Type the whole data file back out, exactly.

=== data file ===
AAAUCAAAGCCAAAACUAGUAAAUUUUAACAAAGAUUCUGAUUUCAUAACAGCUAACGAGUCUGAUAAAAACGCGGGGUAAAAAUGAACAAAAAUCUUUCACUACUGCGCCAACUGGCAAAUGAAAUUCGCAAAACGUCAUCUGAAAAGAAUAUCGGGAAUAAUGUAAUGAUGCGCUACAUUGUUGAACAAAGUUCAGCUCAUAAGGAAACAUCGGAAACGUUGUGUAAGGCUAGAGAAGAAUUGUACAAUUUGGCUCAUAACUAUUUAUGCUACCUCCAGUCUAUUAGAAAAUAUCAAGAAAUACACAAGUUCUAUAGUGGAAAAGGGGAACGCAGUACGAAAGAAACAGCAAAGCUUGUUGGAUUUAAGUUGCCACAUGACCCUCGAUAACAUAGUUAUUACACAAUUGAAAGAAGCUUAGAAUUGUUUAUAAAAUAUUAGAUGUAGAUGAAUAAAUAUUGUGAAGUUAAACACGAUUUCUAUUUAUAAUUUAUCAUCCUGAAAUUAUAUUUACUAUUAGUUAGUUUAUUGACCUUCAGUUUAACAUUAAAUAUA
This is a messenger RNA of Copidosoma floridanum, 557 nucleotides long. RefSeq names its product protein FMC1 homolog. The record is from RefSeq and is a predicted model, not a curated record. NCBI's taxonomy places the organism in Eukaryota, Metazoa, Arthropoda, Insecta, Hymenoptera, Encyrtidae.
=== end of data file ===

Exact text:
AAAUCAAAGCCAAAACUAGUAAAUUUUAACAAAGAUUCUGAUUUCAUAACAGCUAACGAGUCUGAUAAAAACGCGGGGUAAAAAUGAACAAAAAUCUUUCACUACUGCGCCAACUGGCAAAUGAAAUUCGCAAAACGUCAUCUGAAAAGAAUAUCGGGAAUAAUGUAAUGAUGCGCUACAUUGUUGAACAAAGUUCAGCUCAUAAGGAAACAUCGGAAACGUUGUGUAAGGCUAGAGAAGAAUUGUACAAUUUGGCUCAUAACUAUUUAUGCUACCUCCAGUCUAUUAGAAAAUAUCAAGAAAUACACAAGUUCUAUAGUGGAAAAGGGGAACGCAGUACGAAAGAAACAGCAAAGCUUGUUGGAUUUAAGUUGCCACAUGACCCUCGAUAACAUAGUUAUUACACAAUUGAAAGAAGCUUAGAAUUGUUUAUAAAAUAUUAGAUGUAGAUGAAUAAAUAUUGUGAAGUUAAACACGAUUUCUAUUUAUAAUUUAUCAUCCUGAAAUUAUAUUUACUAUUAGUUAGUUUAUUGACCUUCAGUUUAACAUUAAAUAUA
This is a messenger RNA of Copidosoma floridanum, 557 nucleotides long. RefSeq names its product protein FMC1 homolog. The record is from RefSeq and is a predicted model, not a curated record. NCBI's taxonomy places the organism in Eukaryota, Metazoa, Arthropoda, Insecta, Hymenoptera, Encyrtidae.